The weaning to service interval is one of the most important factors that influences Non Productive Days (NPD) and therefore also influences a farm’s productivity (weaned piglets/mated sow, per year). This is due to the fact that, although it doesn’t take many days to mate a weaned sow, it is something that occurs 2-3 times per year and affects up to 75% of our dams; therefore it’s an important factor that we must keep in mind.
With an average interval of over 6,5 days, we can conclude that post-weaning anoestrus exists and we will have to keep an eye on what’s happening on the farm. Another limitation is due to the % of late-mated sows we have (that is to say, those that mate more than 7 days after weaning). If this number reaches 10%, it is time to take action.
In order to study anoestrus, it is useful to begin grouping by weaning to service intervals, as shown in the following example:
|Weaning to service interval||1.8||4.0||5.0||6.0||7.0||11.6||22.6||134.0||6.1|
This farm has a weaning to service interval of 6.1 and the percentage of late-mated sows is 6.3%, so it would be considered a farm with the correct weaning to service interval. However, their grouping by intervals shows us that:
- The majority of sows that go into estrus 4-5 days post-weaning (as it happens on almost all farms). A small percentage of sows go into estrus between 0 and 3 days post-weaning and another small percentage between 6-7 days post-weaning. In this group, we would have to watch the % of sows that go into estrus 6-7 days after post-weaning, since they are most likely sows that have either haven’t had the correct stimulation in order to go into estrus, or they are exposed to a decreased photoperiod. In the first case we can act by using the male effect (heat detection) or the female effect (sows going into estrus stimulate others to do the same). Photoperiod problems are found in sows weaned from the second half of summer and the beginnings of fall that delay going into estrus and therefore result in lower birth rates.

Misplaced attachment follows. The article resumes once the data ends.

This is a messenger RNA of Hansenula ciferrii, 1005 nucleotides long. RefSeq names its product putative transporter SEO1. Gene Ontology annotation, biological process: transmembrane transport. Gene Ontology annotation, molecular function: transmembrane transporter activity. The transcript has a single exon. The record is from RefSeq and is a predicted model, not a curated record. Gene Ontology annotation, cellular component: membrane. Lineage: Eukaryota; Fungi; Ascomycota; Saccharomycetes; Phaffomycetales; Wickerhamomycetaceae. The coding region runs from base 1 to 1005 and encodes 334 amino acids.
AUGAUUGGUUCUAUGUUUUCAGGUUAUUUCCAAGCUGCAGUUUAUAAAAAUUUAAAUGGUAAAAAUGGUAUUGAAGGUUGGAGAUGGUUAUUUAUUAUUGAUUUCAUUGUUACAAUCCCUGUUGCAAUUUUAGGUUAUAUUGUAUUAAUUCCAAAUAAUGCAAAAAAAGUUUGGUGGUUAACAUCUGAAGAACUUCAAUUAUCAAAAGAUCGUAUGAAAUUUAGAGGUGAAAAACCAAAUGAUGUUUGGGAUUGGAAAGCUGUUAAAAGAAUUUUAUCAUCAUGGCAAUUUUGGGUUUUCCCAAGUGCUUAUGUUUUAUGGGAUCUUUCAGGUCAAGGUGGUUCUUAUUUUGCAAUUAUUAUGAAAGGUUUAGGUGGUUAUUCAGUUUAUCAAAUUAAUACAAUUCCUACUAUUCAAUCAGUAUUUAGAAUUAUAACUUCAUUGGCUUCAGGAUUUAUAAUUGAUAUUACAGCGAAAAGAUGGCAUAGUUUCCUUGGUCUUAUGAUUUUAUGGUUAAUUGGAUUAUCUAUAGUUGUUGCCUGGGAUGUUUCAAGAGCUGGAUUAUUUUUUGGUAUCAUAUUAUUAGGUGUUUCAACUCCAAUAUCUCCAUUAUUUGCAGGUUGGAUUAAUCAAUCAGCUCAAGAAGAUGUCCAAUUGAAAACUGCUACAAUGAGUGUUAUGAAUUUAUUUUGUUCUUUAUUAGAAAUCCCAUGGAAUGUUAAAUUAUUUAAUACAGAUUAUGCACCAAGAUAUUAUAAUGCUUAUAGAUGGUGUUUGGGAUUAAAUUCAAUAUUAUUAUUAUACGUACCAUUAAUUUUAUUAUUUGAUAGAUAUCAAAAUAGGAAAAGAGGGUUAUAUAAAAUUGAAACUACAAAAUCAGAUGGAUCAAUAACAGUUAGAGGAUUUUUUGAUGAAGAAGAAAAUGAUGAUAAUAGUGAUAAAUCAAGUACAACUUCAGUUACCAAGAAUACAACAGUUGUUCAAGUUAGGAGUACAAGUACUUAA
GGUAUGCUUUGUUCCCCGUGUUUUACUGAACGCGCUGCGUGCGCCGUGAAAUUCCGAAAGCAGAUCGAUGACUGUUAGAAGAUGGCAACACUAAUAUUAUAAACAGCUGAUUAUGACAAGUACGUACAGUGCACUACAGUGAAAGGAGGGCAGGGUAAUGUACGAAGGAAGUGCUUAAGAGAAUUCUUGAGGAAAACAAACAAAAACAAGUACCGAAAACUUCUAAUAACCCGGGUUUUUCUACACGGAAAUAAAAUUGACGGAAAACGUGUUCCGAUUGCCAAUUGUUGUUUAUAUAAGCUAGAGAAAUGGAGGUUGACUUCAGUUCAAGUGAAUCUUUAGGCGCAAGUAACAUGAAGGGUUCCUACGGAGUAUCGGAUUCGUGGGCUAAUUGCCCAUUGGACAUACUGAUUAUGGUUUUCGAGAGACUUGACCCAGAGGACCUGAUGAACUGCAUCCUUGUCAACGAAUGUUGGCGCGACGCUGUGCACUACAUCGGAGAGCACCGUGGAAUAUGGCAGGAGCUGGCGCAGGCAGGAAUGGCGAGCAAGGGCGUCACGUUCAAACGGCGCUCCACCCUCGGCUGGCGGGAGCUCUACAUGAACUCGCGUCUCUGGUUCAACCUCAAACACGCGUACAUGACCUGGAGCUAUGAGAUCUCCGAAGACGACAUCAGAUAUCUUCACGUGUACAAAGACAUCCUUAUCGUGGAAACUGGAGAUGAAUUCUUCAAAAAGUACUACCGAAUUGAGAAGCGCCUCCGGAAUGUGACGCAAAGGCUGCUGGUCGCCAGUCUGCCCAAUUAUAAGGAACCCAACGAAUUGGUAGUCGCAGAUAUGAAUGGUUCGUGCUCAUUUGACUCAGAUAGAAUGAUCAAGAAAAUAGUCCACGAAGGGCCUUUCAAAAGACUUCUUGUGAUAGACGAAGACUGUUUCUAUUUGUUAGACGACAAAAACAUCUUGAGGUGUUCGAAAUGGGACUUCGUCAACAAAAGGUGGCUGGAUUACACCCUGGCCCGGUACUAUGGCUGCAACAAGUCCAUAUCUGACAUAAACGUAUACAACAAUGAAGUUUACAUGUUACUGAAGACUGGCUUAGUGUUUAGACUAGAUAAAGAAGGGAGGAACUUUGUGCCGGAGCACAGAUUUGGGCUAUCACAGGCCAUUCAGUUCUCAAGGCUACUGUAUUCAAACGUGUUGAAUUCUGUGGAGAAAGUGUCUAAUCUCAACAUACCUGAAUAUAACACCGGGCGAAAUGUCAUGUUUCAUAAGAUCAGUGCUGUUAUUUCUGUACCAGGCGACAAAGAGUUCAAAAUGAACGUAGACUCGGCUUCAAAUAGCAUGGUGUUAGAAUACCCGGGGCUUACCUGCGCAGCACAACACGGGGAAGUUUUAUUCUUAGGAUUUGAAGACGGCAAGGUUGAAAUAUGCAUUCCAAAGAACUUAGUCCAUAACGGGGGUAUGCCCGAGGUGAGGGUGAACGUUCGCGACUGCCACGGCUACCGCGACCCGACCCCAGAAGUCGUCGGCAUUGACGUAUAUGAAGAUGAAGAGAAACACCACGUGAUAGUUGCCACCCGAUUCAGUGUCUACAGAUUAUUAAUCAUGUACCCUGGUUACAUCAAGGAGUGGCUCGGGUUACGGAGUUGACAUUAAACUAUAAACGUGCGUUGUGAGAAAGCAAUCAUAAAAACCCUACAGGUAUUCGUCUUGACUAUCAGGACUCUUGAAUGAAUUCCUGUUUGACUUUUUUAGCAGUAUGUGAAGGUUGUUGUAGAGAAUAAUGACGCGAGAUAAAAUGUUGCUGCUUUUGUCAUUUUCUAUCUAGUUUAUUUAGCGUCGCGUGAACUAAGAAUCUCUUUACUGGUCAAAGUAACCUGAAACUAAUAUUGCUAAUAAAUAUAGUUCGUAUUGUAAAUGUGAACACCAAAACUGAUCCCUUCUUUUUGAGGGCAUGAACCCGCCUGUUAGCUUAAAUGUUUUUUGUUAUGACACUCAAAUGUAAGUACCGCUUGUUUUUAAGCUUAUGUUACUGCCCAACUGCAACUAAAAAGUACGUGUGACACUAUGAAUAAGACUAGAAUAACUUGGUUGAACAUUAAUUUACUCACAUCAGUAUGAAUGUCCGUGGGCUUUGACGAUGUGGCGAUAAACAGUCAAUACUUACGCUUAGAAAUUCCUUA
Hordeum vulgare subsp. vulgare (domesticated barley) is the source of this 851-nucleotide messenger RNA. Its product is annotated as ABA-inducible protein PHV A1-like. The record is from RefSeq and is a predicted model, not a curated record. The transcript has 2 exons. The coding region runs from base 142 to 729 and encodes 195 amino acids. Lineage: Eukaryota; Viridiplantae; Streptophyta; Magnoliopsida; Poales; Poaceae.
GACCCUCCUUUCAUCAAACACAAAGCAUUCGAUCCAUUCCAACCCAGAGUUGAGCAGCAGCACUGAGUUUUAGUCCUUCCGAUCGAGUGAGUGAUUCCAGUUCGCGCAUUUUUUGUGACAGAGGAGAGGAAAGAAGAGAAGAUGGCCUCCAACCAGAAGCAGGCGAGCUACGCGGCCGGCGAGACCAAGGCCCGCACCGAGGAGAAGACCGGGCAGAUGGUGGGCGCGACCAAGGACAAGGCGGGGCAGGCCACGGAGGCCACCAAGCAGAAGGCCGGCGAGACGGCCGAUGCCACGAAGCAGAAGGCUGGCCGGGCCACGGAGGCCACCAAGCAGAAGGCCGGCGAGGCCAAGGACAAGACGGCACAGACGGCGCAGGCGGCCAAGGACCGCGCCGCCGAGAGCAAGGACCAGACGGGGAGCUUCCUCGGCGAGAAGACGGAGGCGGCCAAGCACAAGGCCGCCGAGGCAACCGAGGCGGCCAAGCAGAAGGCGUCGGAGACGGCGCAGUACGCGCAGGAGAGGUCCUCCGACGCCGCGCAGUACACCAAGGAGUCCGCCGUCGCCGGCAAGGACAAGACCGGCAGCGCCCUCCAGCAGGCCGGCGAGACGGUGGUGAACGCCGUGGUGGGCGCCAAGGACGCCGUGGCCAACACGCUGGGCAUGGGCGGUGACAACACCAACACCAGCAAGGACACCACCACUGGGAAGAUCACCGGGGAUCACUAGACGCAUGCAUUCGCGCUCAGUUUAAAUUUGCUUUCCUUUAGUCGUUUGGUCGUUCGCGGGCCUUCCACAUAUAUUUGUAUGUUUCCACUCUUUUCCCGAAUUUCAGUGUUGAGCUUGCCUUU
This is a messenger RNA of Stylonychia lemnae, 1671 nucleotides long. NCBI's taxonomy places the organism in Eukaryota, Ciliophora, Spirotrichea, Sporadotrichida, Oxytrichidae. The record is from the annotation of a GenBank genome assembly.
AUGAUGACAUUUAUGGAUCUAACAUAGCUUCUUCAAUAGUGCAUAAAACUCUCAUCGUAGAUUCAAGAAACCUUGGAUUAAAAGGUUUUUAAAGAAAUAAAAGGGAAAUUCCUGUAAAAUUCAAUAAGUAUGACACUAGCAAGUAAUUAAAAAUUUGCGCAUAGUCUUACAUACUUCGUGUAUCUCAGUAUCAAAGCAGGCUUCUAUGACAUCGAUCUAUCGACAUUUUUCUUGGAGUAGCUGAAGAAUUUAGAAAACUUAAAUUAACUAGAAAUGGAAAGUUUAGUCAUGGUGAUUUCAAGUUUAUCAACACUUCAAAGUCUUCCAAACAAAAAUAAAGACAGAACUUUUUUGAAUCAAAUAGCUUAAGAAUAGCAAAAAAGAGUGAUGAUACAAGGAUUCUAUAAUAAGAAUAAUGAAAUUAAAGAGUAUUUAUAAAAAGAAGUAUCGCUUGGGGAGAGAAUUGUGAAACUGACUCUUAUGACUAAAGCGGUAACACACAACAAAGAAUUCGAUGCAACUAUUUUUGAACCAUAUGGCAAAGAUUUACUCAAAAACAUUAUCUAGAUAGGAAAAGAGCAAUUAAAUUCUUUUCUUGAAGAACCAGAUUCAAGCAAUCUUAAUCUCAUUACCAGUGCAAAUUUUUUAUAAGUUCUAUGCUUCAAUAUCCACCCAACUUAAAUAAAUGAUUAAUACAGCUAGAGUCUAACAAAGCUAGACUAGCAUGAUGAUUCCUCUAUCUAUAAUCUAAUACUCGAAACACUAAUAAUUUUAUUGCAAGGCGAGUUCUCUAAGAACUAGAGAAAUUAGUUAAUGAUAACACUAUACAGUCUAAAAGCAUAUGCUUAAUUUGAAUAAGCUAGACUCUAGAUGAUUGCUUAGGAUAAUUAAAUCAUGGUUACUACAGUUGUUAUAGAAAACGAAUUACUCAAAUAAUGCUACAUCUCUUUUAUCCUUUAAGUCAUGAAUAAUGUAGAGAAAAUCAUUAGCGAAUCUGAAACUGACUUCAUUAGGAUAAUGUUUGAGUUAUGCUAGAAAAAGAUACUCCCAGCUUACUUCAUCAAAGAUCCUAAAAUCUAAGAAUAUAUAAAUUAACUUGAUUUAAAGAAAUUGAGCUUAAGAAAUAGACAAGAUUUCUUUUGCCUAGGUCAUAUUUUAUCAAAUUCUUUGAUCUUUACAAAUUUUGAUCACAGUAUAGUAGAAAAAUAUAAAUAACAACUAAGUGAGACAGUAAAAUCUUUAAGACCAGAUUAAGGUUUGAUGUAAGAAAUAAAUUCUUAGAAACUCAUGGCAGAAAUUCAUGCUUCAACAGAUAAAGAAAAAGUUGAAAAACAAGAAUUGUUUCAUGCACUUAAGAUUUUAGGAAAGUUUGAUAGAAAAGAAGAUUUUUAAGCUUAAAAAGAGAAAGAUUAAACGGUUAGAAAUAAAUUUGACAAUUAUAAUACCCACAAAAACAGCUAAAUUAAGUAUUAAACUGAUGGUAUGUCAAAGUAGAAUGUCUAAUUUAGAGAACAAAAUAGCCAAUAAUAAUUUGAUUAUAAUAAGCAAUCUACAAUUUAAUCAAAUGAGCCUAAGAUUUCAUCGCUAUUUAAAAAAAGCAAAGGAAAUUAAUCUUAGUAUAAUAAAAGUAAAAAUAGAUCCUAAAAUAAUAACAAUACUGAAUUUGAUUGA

The 8-20 days post-weaning group corresponds to two types of sows, both a consequence of inadequate management during lactation:
- Sows that have gone into estrus during lactation, due to excessive stress or lack of prolactin production (that is to say, milk production has diminished brusquely, although they haven’t completely dried out). Here we include sows that have gone through an excessive partial weaning, nursing sows that have been saddled with piglets smaller than their own, as well as litters of weak piglets (with diarrhea or excessively small in size). This has been worsened over the last few years with hyper productive sows where the loss of one or several piglets unleashes estrus during lactation.
- Sows that have lost a lot of physical condition in lactation, so it’s hard for them to initiate the hormonal process which leads to estrus.
- The 21-25 days group corresponds to sows that have gone into estrus between 0 and 4 days post-weaning and estrus wasn’t detected. This group isn’t large, but indicates defects in heat detection.
The 26-29 day group corresponds to sows that have gone into estrus 4-5 days post-weaning, but estrus wasn’t detected. This can be due to:
- Bad body condition which has led to a silent heat, difficult to detect.
- Defects in heat detection, which doesn’t allow detection in the moment of estrus.
- Lastly, the over 29-days group indicated an accumulation of several other previous problems.
Therefore, in the face of a weaning to service interval, we should break it down by groups, evaluate which is the group or groups that have increased, and act accordingly.
Here we will analyze two examples of extreme management:
1) Long weaning to service interval with an elevated birth rate
|Early returns (< 18 d)||0.0|
|Cyclic returns (18-25 d)||1.4||1.2||4.3||7.0||1.3||3.3||1.3||7.8||2.7||5.6||4.7||3.4|
|Acyclic returns (26-37 d)||4.8||1.4||1.4||1.3||2.7||1.4||1.4||1.2|
|Cyclic returns (38-46 d)||0.0|
|Late returns (> 46 d)||1.3||0.1|
On this farm, what they do is assure the bodily condition of the sows at the time of service. Therefore, for the thinnest sows, they let estrus pass (so that their average weaning to service interval rises to 10 days), but they assure very few reproductive failures (actually, fertility is 93%).
2) Short weaning to service interval with low birth rates.
|Early returns (< 18 d)||0.9||1.2||1.3||4.8||0.9||2.9||0.9||1.3||2.2||2.1||1.0||1.6|
|Cyclic returns (18-25 d)||2.2||5.3||1.2||2.7||3.6||3.8||3.7||7.7||7.5||7.2||3.0||4.1|
|Acyclic returns (26-37 d)||3.4||6.2||6.0||2.7||2.4||2.7||6.7||3.7||6.4||2.2||1.0||5.9||4.1|
|Cyclic returns (38-46 d)||2.2||2.7||1.2||4.0||1.2||1.8||1.9||2.8||2.2||1.0||3.0||2.0|
|Late returns (> 46 d)||2.2||0.9||4.0||1.2||3.6||1.9||3.2||2.0||1.6|
This is a contrary case: practically all the sows are mated between 4-5 days, however their % of returns (especially the acyclic ones) is high, and so their birth rate is low (in the example it is 78%). In this case there has been an “over-mating”, that is to say, sows that aren’t really in estrus are mated 4-5 days post weaning, and therefore later on present problems (acyclic returns, slaughtered due to barrenness).
So, analysis of the consequences of each type of management is fundamental. We can conclude that a short weaning to service interval isn’t always a synonym for good management, since we have to take into consideration not only average number of days, but also the effect on the percentage of distribution after returns.